• English equivalent: An ounce of prevention is better than a pound of cure

Κάλλιο να σου βγει το μάτι παρά το όνομα

  • Translation: It's better to lose an eye than to get a bad name
  • If one gets the reputation (name) of being something, it is very hard to lose it.

Kάλλιο πέντε και στο χέρι, παρά δέκα και καρτέρι

  • English equivalent: A bird in the hand is worth two in the bush
  • "Something you have for certain now is of more value than something better you may get, especially if you risk losing what you have in order to get it

Κι αν είσαι και παπάς, με την αράδα σου θα πας

  • Translation: Even if you are a priest, you get in line
  • The implication is that even if you are a person of high position you do not get priority, you must wait your turn as all the others

Κόρακας κοράκου μάτι δε βγάζει

  • English equivalent: Hawks will not pick out Hawk's eyes
  • "One belonging to a group having common interests is not likely to act against or find fault with another member of the same group. Solidarity may prevail over law, justice or truth"

Καλή ζωή, κακή διαθήκη

  • English equivalent: Fools live poor to die rich

Κύλισε ο τέτζερης και βρήκε το καπάκι

  • Translation: The kettle rolled down and found the lid.
  • A person of a certain character always finds another of the same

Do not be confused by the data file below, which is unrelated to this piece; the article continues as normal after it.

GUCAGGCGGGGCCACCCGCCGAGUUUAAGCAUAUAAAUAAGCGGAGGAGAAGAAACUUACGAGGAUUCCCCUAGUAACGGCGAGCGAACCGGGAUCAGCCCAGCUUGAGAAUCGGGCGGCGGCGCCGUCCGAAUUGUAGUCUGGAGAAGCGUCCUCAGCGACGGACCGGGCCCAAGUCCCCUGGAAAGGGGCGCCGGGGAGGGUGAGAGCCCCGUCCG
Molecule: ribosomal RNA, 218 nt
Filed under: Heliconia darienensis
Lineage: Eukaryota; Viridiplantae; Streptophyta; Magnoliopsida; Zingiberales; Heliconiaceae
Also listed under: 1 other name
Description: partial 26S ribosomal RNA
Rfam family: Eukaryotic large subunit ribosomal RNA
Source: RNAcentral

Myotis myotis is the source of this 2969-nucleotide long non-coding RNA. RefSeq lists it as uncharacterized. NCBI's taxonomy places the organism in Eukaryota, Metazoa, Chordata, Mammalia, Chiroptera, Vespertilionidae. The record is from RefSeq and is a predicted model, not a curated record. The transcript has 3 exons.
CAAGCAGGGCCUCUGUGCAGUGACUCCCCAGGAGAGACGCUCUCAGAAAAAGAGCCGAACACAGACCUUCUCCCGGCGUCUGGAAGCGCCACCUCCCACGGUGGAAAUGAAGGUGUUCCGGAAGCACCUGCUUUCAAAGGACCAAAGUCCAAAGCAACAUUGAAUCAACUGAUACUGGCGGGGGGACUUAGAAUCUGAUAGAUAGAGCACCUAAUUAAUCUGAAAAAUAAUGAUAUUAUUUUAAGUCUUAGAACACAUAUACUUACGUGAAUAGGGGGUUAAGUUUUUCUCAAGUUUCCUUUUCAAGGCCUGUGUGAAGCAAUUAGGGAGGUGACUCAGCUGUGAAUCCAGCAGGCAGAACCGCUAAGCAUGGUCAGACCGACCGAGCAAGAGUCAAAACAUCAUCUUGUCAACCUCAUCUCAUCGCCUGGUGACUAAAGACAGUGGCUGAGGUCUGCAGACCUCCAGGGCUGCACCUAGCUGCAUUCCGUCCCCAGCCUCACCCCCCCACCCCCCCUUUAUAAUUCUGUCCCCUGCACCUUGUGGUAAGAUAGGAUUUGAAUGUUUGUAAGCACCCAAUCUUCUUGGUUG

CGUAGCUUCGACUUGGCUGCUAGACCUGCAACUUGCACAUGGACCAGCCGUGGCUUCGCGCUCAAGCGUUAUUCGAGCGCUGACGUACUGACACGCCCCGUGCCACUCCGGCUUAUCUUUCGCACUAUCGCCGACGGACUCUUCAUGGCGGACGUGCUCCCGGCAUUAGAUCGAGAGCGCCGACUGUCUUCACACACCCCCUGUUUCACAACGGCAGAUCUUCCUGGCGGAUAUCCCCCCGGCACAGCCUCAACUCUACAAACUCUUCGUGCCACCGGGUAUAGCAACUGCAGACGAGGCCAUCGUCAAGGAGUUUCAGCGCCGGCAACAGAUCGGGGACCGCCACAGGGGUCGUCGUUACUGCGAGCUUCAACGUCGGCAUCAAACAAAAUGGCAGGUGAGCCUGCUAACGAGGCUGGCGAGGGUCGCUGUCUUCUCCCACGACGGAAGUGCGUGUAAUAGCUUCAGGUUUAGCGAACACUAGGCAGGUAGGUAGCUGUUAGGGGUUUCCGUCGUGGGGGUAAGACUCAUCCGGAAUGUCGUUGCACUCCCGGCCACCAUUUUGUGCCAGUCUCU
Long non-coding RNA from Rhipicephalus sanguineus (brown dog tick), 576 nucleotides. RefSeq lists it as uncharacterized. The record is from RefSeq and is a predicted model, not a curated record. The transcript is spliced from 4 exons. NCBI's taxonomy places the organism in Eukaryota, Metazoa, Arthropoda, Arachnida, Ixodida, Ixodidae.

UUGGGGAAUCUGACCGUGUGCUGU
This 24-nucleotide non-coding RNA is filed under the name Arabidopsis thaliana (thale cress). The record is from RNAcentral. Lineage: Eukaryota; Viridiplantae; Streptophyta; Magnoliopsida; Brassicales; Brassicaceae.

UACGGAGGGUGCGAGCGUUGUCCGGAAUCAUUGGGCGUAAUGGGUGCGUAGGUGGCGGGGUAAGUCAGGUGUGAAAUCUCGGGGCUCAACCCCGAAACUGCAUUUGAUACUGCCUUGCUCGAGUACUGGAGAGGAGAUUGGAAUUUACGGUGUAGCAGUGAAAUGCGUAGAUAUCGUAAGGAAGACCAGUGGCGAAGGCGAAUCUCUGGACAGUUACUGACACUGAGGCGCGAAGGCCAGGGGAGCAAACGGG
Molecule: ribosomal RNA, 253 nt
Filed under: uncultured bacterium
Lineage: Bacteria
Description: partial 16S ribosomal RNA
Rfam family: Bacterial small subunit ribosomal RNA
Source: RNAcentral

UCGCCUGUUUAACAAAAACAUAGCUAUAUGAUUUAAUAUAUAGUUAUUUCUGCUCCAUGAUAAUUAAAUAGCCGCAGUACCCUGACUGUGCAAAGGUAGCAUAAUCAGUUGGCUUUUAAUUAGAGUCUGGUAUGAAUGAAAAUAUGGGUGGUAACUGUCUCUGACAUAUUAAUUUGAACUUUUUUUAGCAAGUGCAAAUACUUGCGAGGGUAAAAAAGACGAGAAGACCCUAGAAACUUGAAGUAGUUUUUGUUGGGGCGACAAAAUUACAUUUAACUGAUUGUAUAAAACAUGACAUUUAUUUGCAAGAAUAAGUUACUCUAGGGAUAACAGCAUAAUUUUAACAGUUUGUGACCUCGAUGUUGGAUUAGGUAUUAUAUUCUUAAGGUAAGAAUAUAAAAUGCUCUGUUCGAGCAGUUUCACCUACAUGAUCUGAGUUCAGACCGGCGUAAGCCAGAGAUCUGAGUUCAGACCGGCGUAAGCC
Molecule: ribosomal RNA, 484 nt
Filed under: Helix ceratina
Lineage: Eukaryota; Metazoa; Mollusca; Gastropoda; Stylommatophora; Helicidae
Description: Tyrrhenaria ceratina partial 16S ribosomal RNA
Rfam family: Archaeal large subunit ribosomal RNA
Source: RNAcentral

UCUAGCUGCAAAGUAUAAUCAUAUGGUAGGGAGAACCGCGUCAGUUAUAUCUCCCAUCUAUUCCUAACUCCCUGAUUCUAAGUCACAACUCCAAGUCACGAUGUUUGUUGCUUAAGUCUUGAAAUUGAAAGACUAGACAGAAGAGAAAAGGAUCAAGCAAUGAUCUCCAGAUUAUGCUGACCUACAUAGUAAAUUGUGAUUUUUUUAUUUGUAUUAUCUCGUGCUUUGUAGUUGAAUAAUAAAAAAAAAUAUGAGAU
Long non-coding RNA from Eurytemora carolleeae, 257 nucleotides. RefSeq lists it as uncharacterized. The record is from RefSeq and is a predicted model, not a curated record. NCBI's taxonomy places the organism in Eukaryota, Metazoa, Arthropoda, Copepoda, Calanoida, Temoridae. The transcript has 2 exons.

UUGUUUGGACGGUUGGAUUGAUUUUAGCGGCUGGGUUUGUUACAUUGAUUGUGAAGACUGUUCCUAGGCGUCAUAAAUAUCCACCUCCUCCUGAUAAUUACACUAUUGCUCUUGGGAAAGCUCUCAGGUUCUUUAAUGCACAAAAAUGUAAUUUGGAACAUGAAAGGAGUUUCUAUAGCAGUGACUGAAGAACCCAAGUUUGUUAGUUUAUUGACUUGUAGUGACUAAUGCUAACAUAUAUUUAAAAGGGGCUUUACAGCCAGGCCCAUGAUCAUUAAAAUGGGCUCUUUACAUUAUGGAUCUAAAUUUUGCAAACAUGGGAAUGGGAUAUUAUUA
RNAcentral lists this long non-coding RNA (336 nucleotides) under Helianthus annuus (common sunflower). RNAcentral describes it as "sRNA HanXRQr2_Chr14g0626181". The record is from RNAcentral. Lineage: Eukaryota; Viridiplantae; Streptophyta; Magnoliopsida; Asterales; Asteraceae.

Μ'ένα σμπάρο, δυο τρυγώνια

  • Translation: One shot, two birds
  • Killing two birds with one stone. Σμπάρος in Greek is a shotgun shot. Pigliar due piccioni con una fava. Prendere due piccioni con una fava. Abattre deux mouches d’un coup de savate. Matar dos pajaros de una pedrada.

Μια του κλέφτη, δυό του κλέφτη, τρεις και την κακή του μέρα

  • Translation: Once for the thief, twice for the thief, three and it's his bad day
  • If you commit a crime you will eventually get caught

Μοναχός σου χόρευε, κι' όσο θέλεις πήδα

  • Translation: Dance by yourself and you can jump as much as you want
  • If you are alone you can do as you wish, but in a group you have to take others into consideration; Compromise

Νηστικό αρκούδι δεν χορεύει

  • Translation: A hungry bear does not dance
  • If you don't eat (get paid), you cannot function

Ο θεός αγαπάει τον κλέφτη, μα σαν τον νοικοκύρη, όχι

  • Translation: God loves the thief, but not like the master of the house
  • The crook may get away initially, but he will eventually get caught